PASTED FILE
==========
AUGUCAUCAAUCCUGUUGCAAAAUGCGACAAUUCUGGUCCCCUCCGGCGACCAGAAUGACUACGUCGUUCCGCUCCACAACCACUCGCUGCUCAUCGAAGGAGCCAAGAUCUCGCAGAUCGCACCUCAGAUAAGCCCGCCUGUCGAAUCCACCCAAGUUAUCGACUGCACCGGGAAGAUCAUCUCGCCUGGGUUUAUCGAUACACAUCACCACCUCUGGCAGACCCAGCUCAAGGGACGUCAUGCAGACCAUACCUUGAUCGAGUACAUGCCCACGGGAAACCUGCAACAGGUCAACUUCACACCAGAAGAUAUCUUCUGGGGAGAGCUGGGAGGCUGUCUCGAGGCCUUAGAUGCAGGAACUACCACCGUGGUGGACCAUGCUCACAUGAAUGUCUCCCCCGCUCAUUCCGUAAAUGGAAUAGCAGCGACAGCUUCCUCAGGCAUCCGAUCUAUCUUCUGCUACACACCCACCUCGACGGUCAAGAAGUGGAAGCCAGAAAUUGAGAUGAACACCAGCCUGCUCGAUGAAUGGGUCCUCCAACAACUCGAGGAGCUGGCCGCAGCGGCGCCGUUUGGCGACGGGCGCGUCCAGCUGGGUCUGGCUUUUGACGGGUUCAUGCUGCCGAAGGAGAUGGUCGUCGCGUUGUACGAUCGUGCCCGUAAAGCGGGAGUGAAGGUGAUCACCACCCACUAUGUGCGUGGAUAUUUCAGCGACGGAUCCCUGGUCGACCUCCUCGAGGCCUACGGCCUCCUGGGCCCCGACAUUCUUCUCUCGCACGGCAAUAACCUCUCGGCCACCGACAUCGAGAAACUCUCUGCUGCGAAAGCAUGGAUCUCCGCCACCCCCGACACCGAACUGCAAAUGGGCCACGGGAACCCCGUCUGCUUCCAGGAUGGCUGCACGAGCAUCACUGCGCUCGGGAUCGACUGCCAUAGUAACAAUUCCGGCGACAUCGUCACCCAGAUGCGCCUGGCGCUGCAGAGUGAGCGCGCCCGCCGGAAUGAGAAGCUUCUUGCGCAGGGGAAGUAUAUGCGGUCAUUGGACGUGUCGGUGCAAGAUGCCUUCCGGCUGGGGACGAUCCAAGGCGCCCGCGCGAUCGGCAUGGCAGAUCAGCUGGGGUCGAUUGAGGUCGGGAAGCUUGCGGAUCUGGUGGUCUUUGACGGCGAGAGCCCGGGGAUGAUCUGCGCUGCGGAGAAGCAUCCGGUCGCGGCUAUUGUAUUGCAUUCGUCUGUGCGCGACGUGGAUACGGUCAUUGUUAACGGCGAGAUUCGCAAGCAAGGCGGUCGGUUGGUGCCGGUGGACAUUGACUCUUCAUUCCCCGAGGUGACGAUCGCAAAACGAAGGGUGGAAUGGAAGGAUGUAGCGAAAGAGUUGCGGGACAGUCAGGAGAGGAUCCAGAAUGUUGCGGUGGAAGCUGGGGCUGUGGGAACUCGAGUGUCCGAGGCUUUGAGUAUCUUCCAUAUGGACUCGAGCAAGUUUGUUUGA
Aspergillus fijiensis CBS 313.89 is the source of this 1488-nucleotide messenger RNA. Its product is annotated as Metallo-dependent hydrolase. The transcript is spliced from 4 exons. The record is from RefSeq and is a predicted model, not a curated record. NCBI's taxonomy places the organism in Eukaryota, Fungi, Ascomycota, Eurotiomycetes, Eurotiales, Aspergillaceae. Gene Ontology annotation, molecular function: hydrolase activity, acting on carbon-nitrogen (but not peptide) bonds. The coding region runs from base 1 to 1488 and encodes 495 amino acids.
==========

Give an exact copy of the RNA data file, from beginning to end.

AUGUCAUCAAUCCUGUUGCAAAAUGCGACAAUUCUGGUCCCCUCCGGCGACCAGAAUGACUACGUCGUUCCGCUCCACAACCACUCGCUGCUCAUCGAAGGAGCCAAGAUCUCGCAGAUCGCACCUCAGAUAAGCCCGCCUGUCGAAUCCACCCAAGUUAUCGACUGCACCGGGAAGAUCAUCUCGCCUGGGUUUAUCGAUACACAUCACCACCUCUGGCAGACCCAGCUCAAGGGACGUCAUGCAGACCAUACCUUGAUCGAGUACAUGCCCACGGGAAACCUGCAACAGGUCAACUUCACACCAGAAGAUAUCUUCUGGGGAGAGCUGGGAGGCUGUCUCGAGGCCUUAGAUGCAGGAACUACCACCGUGGUGGACCAUGCUCACAUGAAUGUCUCCCCCGCUCAUUCCGUAAAUGGAAUAGCAGCGACAGCUUCCUCAGGCAUCCGAUCUAUCUUCUGCUACACACCCACCUCGACGGUCAAGAAGUGGAAGCCAGAAAUUGAGAUGAACACCAGCCUGCUCGAUGAAUGGGUCCUCCAACAACUCGAGGAGCUGGCCGCAGCGGCGCCGUUUGGCGACGGGCGCGUCCAGCUGGGUCUGGCUUUUGACGGGUUCAUGCUGCCGAAGGAGAUGGUCGUCGCGUUGUACGAUCGUGCCCGUAAAGCGGGAGUGAAGGUGAUCACCACCCACUAUGUGCGUGGAUAUUUCAGCGACGGAUCCCUGGUCGACCUCCUCGAGGCCUACGGCCUCCUGGGCCCCGACAUUCUUCUCUCGCACGGCAAUAACCUCUCGGCCACCGACAUCGAGAAACUCUCUGCUGCGAAAGCAUGGAUCUCCGCCACCCCCGACACCGAACUGCAAAUGGGCCACGGGAACCCCGUCUGCUUCCAGGAUGGCUGCACGAGCAUCACUGCGCUCGGGAUCGACUGCCAUAGUAACAAUUCCGGCGACAUCGUCACCCAGAUGCGCCUGGCGCUGCAGAGUGAGCGCGCCCGCCGGAAUGAGAAGCUUCUUGCGCAGGGGAAGUAUAUGCGGUCAUUGGACGUGUCGGUGCAAGAUGCCUUCCGGCUGGGGACGAUCCAAGGCGCCCGCGCGAUCGGCAUGGCAGAUCAGCUGGGGUCGAUUGAGGUCGGGAAGCUUGCGGAUCUGGUGGUCUUUGACGGCGAGAGCCCGGGGAUGAUCUGCGCUGCGGAGAAGCAUCCGGUCGCGGCUAUUGUAUUGCAUUCGUCUGUGCGCGACGUGGAUACGGUCAUUGUUAACGGCGAGAUUCGCAAGCAAGGCGGUCGGUUGGUGCCGGUGGACAUUGACUCUUCAUUCCCCGAGGUGACGAUCGCAAAACGAAGGGUGGAAUGGAAGGAUGUAGCGAAAGAGUUGCGGGACAGUCAGGAGAGGAUCCAGAAUGUUGCGGUGGAAGCUGGGGCUGUGGGAACUCGAGUGUCCGAGGCUUUGAGUAUCUUCCAUAUGGACUCGAGCAAGUUUGUUUGA
Aspergillus fijiensis CBS 313.89 is the source of this 1488-nucleotide messenger RNA. Its product is annotated as Metallo-dependent hydrolase. The transcript is spliced from 4 exons. The record is from RefSeq and is a predicted model, not a curated record. NCBI's taxonomy places the organism in Eukaryota, Fungi, Ascomycota, Eurotiomycetes, Eurotiales, Aspergillaceae. Gene Ontology annotation, molecular function: hydrolase activity, acting on carbon-nitrogen (but not peptide) bonds. The coding region runs from base 1 to 1488 and encodes 495 amino acids.